Strive To Attain 'Culture of Service,' Nation Urged
WASHINGTON--More than any specific program of national or community service, the nation needs a "culture of service'' and a network of state and local opportunities that are open and attractive to people of all ages, a report by the federal Commission on National and Community Service has concluded.
The federal government should limit its role to setting program standards, providing seed money for programs, and establishing a national clearinghouse to strengthen local networks and identify opportunities for service, says the report, which was released here last week.
In particular, the report says, youth service deserves "special emphasis.''
The report also details the current state of community service nationwide and suggests goals for broadening and improving service experiences.
The report is the first to be issued by the 21-member bipartisan commission established by the National and Community Service Act of 1990 to raise the profile of community service and administer federal grants to service programs.
"I hope that it will be used both as an inspiration as well as [to] offer some concrete guidance'' to the new President and Congress, Catherine Milton, the commission's executive director, said of the report.
The document acknowledges that youth service is "not a panacea'' for such social ills as drug abuse, teenage pregnancy, and crime. Nevertheless, it says, by helping youths develop self-esteem, practical skills, and a sense of civic responsibility, youth service can act as "social judo'' to combat young people's sense of isolation and alienation.
'Intensive' Summer of Service
While the youth-service movement has enjoyed a resurgence in the past 10 years, the commission found that many programs are new and small, funding and institutional support are tenuous, and relatively little evaluation has been done.
To improve service learning for school-age children--which now reaches relatively few students, the report says--the report suggests that every state and major metropolitan area should have elementary, middle, and high schools in which service "is a central practice across the curriculum.''
The report also advises that all middle school students should have the opportunity to participate at least once in a summer of "intensive, instructive, and important'' community service.
Achieving those goals, it says, would require gaining the support of service-learning coordinators, training teachers in service learning, and building state or regional resource centers.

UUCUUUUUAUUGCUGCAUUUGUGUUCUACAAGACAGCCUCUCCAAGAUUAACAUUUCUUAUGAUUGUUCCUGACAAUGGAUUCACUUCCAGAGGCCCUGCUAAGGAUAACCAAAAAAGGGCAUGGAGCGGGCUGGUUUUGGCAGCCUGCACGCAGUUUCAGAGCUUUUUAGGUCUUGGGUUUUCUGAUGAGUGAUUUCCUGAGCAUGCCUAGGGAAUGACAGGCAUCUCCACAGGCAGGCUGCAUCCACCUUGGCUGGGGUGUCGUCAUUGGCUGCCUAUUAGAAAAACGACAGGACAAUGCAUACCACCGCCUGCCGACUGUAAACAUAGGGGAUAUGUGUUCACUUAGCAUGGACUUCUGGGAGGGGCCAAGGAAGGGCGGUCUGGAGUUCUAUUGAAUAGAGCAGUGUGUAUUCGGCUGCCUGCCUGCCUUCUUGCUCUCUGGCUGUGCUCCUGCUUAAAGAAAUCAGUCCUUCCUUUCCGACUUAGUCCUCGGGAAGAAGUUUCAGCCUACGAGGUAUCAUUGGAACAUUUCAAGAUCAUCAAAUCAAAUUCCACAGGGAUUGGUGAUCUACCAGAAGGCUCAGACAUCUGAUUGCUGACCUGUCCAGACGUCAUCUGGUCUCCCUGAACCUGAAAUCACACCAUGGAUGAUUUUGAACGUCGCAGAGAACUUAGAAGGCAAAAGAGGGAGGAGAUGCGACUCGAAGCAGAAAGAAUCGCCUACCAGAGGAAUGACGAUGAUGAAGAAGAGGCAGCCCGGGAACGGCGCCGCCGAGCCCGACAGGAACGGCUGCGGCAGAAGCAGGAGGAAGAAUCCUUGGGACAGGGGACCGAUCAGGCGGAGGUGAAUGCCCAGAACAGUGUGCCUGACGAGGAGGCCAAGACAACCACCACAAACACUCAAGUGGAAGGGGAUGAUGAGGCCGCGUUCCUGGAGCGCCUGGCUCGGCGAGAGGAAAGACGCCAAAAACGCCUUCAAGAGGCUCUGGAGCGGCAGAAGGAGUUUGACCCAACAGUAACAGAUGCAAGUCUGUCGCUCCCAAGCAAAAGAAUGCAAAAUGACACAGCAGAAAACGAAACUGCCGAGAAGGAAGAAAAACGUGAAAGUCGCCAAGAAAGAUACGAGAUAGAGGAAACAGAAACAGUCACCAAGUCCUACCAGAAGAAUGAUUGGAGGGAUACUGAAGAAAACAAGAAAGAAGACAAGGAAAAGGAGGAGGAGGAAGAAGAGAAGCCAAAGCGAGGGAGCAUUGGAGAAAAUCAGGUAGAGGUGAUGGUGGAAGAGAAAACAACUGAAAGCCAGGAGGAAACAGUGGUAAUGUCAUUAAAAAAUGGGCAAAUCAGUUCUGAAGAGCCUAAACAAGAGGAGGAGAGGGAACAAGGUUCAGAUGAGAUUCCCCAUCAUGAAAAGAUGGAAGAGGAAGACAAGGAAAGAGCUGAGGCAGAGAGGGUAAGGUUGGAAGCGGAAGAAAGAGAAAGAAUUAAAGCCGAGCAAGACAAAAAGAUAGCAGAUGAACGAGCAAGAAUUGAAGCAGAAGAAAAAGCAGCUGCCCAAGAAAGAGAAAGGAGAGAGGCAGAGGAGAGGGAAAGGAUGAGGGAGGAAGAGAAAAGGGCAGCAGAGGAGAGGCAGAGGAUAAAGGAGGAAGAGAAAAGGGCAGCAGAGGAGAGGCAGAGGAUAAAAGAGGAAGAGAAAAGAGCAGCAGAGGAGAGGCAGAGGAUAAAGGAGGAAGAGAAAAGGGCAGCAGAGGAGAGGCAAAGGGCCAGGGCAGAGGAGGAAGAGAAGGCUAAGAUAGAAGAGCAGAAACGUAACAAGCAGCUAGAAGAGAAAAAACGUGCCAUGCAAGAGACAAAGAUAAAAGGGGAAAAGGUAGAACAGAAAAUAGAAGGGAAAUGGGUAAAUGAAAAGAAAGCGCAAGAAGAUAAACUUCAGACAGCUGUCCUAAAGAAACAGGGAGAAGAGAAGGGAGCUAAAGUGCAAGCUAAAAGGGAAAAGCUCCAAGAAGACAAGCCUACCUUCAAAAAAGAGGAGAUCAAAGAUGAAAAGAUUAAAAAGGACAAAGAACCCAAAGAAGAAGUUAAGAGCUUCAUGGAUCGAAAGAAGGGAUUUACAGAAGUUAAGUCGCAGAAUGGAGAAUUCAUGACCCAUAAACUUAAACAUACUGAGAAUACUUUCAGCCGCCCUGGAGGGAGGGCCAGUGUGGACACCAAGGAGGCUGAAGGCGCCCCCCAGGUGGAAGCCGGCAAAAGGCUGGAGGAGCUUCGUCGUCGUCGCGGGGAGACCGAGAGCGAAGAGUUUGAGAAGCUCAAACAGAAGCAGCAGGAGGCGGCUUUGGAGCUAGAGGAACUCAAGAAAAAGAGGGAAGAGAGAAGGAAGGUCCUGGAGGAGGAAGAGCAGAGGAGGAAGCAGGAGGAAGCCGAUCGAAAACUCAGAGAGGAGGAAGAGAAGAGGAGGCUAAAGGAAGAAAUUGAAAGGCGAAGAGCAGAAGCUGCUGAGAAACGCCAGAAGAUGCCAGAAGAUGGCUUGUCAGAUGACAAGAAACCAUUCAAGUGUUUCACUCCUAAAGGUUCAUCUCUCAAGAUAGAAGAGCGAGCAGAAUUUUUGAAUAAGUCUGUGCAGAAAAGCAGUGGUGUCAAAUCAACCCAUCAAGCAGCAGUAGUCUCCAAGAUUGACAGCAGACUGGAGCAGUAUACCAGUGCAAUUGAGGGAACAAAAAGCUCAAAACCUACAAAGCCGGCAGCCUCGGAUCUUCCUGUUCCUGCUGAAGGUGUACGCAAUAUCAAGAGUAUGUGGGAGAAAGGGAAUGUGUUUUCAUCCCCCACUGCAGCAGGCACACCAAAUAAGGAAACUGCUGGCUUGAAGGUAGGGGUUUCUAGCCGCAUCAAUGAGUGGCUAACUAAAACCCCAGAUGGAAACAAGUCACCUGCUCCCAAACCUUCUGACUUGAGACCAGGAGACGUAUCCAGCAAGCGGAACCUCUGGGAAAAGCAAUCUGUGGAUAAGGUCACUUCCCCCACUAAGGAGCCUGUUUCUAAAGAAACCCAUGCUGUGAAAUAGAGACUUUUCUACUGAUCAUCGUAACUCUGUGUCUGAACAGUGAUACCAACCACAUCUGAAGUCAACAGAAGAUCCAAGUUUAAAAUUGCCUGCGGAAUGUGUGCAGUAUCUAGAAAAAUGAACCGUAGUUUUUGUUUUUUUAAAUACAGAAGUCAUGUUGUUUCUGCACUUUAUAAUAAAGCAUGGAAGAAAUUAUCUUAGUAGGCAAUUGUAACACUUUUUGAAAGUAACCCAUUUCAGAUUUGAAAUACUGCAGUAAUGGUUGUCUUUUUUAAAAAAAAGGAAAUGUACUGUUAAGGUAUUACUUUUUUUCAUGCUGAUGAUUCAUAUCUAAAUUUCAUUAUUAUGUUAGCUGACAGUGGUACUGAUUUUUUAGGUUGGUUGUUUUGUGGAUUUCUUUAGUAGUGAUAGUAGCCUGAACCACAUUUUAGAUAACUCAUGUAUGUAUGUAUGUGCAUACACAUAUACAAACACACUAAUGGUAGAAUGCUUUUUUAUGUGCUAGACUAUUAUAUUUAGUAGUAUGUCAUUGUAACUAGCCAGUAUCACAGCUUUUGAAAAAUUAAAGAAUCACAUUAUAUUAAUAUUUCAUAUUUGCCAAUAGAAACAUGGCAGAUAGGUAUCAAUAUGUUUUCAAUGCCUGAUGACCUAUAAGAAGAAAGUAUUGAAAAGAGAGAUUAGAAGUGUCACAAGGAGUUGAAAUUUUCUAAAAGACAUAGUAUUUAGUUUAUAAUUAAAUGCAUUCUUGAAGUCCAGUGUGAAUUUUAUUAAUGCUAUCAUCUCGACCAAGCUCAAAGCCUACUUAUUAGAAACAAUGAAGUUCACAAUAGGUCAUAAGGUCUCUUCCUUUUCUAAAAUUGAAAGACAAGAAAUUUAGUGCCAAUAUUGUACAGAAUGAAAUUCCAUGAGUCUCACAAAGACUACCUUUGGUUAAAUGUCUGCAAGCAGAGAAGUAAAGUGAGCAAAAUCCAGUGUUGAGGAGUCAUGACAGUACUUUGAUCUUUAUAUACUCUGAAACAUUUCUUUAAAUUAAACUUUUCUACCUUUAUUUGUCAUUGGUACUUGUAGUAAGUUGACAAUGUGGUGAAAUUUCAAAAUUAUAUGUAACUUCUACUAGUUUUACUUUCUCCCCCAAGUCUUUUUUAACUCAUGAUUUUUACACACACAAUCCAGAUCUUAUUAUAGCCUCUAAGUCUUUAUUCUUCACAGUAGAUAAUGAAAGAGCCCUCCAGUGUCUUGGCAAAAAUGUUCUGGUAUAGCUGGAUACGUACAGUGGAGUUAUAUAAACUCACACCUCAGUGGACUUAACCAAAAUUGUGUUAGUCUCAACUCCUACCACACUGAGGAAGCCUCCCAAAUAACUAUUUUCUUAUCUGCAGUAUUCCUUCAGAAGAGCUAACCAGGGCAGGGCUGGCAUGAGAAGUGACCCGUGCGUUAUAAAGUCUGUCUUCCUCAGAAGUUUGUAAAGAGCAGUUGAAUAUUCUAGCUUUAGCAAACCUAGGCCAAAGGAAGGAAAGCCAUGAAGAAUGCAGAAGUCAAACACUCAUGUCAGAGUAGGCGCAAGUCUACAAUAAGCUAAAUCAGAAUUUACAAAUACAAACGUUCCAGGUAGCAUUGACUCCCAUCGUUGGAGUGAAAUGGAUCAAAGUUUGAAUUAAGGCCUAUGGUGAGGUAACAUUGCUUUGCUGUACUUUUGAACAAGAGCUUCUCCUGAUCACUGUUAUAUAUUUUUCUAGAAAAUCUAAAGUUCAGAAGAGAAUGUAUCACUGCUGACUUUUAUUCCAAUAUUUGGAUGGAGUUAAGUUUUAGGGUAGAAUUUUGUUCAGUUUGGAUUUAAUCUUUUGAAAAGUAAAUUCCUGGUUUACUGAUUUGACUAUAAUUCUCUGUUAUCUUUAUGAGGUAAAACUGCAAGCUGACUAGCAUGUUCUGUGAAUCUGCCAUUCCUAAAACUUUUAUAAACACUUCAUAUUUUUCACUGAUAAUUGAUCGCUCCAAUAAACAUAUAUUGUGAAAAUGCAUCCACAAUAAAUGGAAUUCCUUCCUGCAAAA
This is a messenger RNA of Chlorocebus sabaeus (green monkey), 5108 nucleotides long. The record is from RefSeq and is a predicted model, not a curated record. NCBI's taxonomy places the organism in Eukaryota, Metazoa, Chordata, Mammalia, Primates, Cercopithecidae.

It also suggests answers to some of the current policy questions about national-service programs, in which volunteers would spend a year full time or more than a year part time in various jobs.
The report does not specifically address President-elect Bill Clinton's proposal for a national-service program, which is still being fleshed out. (See Education Week, Jan. 13, 1993.)
It does say, however, that national-service opportunities should be available to anyone, but that the "initial expansion'' should focus on youths, regardless of whether they are in or out of school.
Focus on Unmet Needs
In one model discussed by the commission, half of the participants would be at the college or postcollege level, and the other half would be precollegiate students or young people not planning to attend college.
The best type of program, the report argues, would be a network of diverse, locally based efforts. Such a network would include some federally operated programs, as well as ones operated by state and local governments and by private organizations.
The program should be voluntary, the panel says, and should be funded by a partnership between the federal government and the community in which the service takes place, as well as through private money.
The commission estimates that the total annual cost for 100,000 national-service participants would probably be about $2 billion, with the federal government shouldering $1.5 billion of that.
The federal government already spends $300 million a year on programs that could be considered national service, the report notes.
The commission also called it "paramount'' that Congress bear in mind that national-service workers are to meet unmet needs and not displace existing workers.
Influence on Clinton Team
The commission's work has already gained the attention of the incoming Clinton Administration.
Commission representatives have kept the Clinton transition team abreast of the panel's work for some time, Ms. Milton said. As a result, the panel and the Clinton team appear "closer together'' on the value of having young children involved in service, she added.
But other differences between the two groups remain.
The commission backs the figure settled on by Congress as the post-service payment to students in current national-service model programs: $5,000 per year of full-time work, which can be used for college or a down payment on a house.
However, in a report by the Progressive Policy Institute being used by the Clinton transition, Charles Moskos, a sociologist at Northwestern University, describes a model program in which participants would receive about $10,000 a year in wages and another $10,000 to be used for college, job training, or a down payment on a home.
The National and Community Service Act expires this year. Hearings on its reauthorization could begin as early as next month, according to a commission source.
Copies of the report, "What You Can Do for Your Country,'' are available at no charge from the Commission on National and Community Service, 529 14th St., N.W., Suite 452, Washington, D.C. 20045; (202) 724-0600.
Vol. 12, Issue 17